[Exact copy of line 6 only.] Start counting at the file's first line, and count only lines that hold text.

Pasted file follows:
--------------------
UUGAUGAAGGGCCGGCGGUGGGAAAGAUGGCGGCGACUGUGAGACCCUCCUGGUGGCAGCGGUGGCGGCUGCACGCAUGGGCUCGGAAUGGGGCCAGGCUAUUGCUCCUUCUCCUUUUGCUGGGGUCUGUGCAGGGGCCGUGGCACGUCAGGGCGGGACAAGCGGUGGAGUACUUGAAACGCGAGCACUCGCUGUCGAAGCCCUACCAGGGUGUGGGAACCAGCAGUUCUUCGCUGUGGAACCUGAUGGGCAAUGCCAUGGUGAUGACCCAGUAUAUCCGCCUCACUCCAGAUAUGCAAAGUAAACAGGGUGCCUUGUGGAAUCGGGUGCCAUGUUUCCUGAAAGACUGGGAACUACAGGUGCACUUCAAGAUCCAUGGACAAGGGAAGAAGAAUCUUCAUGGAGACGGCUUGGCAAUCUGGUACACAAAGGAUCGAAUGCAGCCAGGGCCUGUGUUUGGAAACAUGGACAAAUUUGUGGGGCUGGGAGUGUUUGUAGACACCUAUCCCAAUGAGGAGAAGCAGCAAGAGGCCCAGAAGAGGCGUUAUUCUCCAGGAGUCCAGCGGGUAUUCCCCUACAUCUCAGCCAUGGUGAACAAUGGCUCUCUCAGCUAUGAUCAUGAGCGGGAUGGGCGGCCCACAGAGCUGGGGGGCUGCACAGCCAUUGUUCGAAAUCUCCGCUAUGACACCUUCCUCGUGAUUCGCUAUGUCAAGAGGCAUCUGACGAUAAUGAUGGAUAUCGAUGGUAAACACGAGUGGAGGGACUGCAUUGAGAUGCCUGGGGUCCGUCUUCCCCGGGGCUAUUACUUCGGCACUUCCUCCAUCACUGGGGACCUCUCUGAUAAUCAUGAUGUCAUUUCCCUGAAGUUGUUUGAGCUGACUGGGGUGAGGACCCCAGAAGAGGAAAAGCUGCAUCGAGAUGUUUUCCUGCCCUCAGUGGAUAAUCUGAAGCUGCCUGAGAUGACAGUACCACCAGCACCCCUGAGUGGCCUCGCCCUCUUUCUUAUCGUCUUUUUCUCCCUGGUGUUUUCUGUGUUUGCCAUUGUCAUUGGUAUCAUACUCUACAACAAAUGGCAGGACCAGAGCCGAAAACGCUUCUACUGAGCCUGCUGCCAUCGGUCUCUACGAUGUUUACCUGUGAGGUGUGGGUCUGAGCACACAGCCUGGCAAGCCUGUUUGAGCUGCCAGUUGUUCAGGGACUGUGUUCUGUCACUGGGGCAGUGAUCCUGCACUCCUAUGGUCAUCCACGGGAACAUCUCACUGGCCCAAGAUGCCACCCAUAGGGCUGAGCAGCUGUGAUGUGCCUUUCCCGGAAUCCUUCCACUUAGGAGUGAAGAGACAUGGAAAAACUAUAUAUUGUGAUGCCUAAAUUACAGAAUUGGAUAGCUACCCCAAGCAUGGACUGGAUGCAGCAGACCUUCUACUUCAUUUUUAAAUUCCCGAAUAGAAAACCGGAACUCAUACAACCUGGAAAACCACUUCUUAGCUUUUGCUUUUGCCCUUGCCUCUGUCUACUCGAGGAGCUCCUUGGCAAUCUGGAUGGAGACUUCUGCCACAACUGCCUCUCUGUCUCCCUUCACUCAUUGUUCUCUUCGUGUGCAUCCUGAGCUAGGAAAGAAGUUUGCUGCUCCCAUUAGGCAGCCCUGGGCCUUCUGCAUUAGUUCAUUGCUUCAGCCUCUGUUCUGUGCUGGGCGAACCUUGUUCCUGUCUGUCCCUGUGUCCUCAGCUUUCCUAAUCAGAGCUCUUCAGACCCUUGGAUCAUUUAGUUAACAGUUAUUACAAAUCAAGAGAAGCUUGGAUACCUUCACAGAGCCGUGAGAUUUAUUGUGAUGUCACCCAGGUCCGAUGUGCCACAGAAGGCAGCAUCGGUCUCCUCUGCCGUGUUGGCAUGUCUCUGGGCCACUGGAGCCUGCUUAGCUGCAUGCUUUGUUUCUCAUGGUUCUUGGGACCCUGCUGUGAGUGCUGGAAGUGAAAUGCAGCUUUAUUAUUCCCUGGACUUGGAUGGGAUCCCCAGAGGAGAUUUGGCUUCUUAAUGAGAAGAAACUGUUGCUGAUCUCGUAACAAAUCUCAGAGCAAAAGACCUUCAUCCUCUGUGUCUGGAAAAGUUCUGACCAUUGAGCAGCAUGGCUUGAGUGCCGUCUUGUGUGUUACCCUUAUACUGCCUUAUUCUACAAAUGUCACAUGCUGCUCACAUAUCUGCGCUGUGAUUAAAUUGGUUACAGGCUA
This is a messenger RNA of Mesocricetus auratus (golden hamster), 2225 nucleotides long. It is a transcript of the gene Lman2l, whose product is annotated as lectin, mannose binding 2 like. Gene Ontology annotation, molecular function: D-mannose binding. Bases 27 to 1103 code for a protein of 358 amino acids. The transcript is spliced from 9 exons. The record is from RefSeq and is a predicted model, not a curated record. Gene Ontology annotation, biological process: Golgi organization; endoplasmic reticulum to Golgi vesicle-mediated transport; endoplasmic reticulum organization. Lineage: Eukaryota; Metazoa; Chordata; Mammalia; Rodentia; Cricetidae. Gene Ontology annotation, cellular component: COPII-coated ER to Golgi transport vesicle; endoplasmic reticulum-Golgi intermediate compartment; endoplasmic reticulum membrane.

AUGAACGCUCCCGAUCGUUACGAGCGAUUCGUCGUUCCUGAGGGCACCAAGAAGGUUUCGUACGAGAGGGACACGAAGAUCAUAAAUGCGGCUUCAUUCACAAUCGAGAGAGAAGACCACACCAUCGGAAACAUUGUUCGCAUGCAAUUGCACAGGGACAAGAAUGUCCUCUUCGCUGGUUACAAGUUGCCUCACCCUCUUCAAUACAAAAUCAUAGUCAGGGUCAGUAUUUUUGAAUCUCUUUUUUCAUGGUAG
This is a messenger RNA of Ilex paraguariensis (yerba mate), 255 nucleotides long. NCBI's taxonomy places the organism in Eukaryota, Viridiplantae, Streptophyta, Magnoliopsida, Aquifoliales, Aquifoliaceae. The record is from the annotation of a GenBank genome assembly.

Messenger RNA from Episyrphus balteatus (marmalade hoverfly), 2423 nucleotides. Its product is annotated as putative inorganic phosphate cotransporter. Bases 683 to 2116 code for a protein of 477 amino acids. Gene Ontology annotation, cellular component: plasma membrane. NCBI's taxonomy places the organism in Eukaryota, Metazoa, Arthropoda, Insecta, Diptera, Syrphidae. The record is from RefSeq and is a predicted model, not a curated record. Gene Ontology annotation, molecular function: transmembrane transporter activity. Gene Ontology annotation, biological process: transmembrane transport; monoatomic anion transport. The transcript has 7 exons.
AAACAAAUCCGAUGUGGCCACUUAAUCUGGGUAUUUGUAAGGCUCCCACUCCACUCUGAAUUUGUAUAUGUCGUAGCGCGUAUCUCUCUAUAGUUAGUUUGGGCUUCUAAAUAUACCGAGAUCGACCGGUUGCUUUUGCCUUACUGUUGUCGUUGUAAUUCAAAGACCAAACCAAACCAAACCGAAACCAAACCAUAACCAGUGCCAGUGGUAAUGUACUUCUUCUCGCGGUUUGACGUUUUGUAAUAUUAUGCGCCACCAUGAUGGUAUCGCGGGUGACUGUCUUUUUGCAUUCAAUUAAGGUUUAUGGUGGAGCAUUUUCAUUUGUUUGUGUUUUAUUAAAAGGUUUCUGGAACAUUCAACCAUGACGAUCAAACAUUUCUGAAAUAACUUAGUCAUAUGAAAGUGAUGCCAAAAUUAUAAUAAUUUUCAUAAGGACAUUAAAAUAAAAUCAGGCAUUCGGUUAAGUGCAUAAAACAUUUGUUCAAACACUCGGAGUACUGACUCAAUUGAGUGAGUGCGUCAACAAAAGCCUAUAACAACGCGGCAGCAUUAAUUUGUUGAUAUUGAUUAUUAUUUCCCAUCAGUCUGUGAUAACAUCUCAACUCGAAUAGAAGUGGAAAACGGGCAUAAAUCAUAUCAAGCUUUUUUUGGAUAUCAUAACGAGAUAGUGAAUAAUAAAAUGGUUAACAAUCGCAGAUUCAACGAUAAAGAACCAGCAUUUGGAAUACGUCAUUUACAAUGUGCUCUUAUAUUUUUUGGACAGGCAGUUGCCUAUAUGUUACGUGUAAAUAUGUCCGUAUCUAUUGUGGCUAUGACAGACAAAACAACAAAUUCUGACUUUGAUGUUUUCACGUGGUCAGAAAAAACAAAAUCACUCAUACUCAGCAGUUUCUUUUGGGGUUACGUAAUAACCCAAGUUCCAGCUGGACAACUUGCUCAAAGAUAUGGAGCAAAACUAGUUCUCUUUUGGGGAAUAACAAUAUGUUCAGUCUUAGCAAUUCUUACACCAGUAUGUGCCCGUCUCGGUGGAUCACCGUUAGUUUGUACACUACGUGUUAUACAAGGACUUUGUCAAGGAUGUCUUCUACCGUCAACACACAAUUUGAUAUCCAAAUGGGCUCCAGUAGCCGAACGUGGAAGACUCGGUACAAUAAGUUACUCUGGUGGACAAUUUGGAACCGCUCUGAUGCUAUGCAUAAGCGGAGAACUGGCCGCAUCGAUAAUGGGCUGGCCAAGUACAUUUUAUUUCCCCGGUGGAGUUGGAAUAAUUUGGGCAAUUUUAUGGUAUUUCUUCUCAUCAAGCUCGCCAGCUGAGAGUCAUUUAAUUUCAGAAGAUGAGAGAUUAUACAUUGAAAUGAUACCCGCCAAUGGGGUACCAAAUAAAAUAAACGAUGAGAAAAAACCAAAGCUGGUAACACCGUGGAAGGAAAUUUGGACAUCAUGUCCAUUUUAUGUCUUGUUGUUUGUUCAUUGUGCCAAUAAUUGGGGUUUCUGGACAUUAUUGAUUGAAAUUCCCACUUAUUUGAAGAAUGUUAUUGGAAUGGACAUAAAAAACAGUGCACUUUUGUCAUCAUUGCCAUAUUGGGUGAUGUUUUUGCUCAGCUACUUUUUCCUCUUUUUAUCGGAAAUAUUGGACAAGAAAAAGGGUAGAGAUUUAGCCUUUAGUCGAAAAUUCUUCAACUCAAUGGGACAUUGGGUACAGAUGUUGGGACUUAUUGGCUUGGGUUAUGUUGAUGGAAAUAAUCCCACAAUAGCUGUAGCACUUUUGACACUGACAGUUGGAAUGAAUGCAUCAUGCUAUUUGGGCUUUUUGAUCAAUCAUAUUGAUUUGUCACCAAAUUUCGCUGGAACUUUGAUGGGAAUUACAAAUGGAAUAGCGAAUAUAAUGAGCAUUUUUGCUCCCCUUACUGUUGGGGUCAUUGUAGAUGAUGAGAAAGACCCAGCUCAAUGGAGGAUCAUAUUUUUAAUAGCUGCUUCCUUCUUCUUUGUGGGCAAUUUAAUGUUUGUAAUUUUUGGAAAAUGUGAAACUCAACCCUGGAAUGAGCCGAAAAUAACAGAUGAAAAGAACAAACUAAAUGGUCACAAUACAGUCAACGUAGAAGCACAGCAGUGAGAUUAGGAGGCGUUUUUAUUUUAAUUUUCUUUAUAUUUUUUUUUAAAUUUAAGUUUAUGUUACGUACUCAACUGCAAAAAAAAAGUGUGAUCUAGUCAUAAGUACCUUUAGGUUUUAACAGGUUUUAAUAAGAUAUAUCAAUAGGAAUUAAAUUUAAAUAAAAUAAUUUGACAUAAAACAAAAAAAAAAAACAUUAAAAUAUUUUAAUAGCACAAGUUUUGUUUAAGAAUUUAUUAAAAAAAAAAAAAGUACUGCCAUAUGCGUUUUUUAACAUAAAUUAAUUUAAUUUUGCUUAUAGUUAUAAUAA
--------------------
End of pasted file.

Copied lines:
AAACAAAUCCGAUGUGGCCACUUAAUCUGGGUAUUUGUAAGGCUCCCACUCCACUCUGAAUUUGUAUAUGUCGUAGCGCGUAUCUCUCUAUAGUUAGUUUGGGCUUCUAAAUAUACCGAGAUCGACCGGUUGCUUUUGCCUUACUGUUGUCGUUGUAAUUCAAAGACCAAACCAAACCAAACCGAAACCAAACCAUAACCAGUGCCAGUGGUAAUGUACUUCUUCUCGCGGUUUGACGUUUUGUAAUAUUAUGCGCCACCAUGAUGGUAUCGCGGGUGACUGUCUUUUUGCAUUCAAUUAAGGUUUAUGGUGGAGCAUUUUCAUUUGUUUGUGUUUUAUUAAAAGGUUUCUGGAACAUUCAACCAUGACGAUCAAACAUUUCUGAAAUAACUUAGUCAUAUGAAAGUGAUGCCAAAAUUAUAAUAAUUUUCAUAAGGACAUUAAAAUAAAAUCAGGCAUUCGGUUAAGUGCAUAAAACAUUUGUUCAAACACUCGGAGUACUGACUCAAUUGAGUGAGUGCGUCAACAAAAGCCUAUAACAACGCGGCAGCAUUAAUUUGUUGAUAUUGAUUAUUAUUUCCCAUCAGUCUGUGAUAACAUCUCAACUCGAAUAGAAGUGGAAAACGGGCAUAAAUCAUAUCAAGCUUUUUUUGGAUAUCAUAACGAGAUAGUGAAUAAUAAAAUGGUUAACAAUCGCAGAUUCAACGAUAAAGAACCAGCAUUUGGAAUACGUCAUUUACAAUGUGCUCUUAUAUUUUUUGGACAGGCAGUUGCCUAUAUGUUACGUGUAAAUAUGUCCGUAUCUAUUGUGGCUAUGACAGACAAAACAACAAAUUCUGACUUUGAUGUUUUCACGUGGUCAGAAAAAACAAAAUCACUCAUACUCAGCAGUUUCUUUUGGGGUUACGUAAUAACCCAAGUUCCAGCUGGACAACUUGCUCAAAGAUAUGGAGCAAAACUAGUUCUCUUUUGGGGAAUAACAAUAUGUUCAGUCUUAGCAAUUCUUACACCAGUAUGUGCCCGUCUCGGUGGAUCACCGUUAGUUUGUACACUACGUGUUAUACAAGGACUUUGUCAAGGAUGUCUUCUACCGUCAACACACAAUUUGAUAUCCAAAUGGGCUCCAGUAGCCGAACGUGGAAGACUCGGUACAAUAAGUUACUCUGGUGGACAAUUUGGAACCGCUCUGAUGCUAUGCAUAAGCGGAGAACUGGCCGCAUCGAUAAUGGGCUGGCCAAGUACAUUUUAUUUCCCCGGUGGAGUUGGAAUAAUUUGGGCAAUUUUAUGGUAUUUCUUCUCAUCAAGCUCGCCAGCUGAGAGUCAUUUAAUUUCAGAAGAUGAGAGAUUAUACAUUGAAAUGAUACCCGCCAAUGGGGUACCAAAUAAAAUAAACGAUGAGAAAAAACCAAAGCUGGUAACACCGUGGAAGGAAAUUUGGACAUCAUGUCCAUUUUAUGUCUUGUUGUUUGUUCAUUGUGCCAAUAAUUGGGGUUUCUGGACAUUAUUGAUUGAAAUUCCCACUUAUUUGAAGAAUGUUAUUGGAAUGGACAUAAAAAACAGUGCACUUUUGUCAUCAUUGCCAUAUUGGGUGAUGUUUUUGCUCAGCUACUUUUUCCUCUUUUUAUCGGAAAUAUUGGACAAGAAAAAGGGUAGAGAUUUAGCCUUUAGUCGAAAAUUCUUCAACUCAAUGGGACAUUGGGUACAGAUGUUGGGACUUAUUGGCUUGGGUUAUGUUGAUGGAAAUAAUCCCACAAUAGCUGUAGCACUUUUGACACUGACAGUUGGAAUGAAUGCAUCAUGCUAUUUGGGCUUUUUGAUCAAUCAUAUUGAUUUGUCACCAAAUUUCGCUGGAACUUUGAUGGGAAUUACAAAUGGAAUAGCGAAUAUAAUGAGCAUUUUUGCUCCCCUUACUGUUGGGGUCAUUGUAGAUGAUGAGAAAGACCCAGCUCAAUGGAGGAUCAUAUUUUUAAUAGCUGCUUCCUUCUUCUUUGUGGGCAAUUUAAUGUUUGUAAUUUUUGGAAAAUGUGAAACUCAACCCUGGAAUGAGCCGAAAAUAACAGAUGAAAAGAACAAACUAAAUGGUCACAAUACAGUCAACGUAGAAGCACAGCAGUGAGAUUAGGAGGCGUUUUUAUUUUAAUUUUCUUUAUAUUUUUUUUUAAAUUUAAGUUUAUGUUACGUACUCAACUGCAAAAAAAAAGUGUGAUCUAGUCAUAAGUACCUUUAGGUUUUAACAGGUUUUAAUAAGAUAUAUCAAUAGGAAUUAAAUUUAAAUAAAAUAAUUUGACAUAAAACAAAAAAAAAAAACAUUAAAAUAUUUUAAUAGCACAAGUUUUGUUUAAGAAUUUAUUAAAAAAAAAAAAAGUACUGCCAUAUGCGUUUUUUAACAUAAAUUAAUUUAAUUUUGCUUAUAGUUAUAAUAA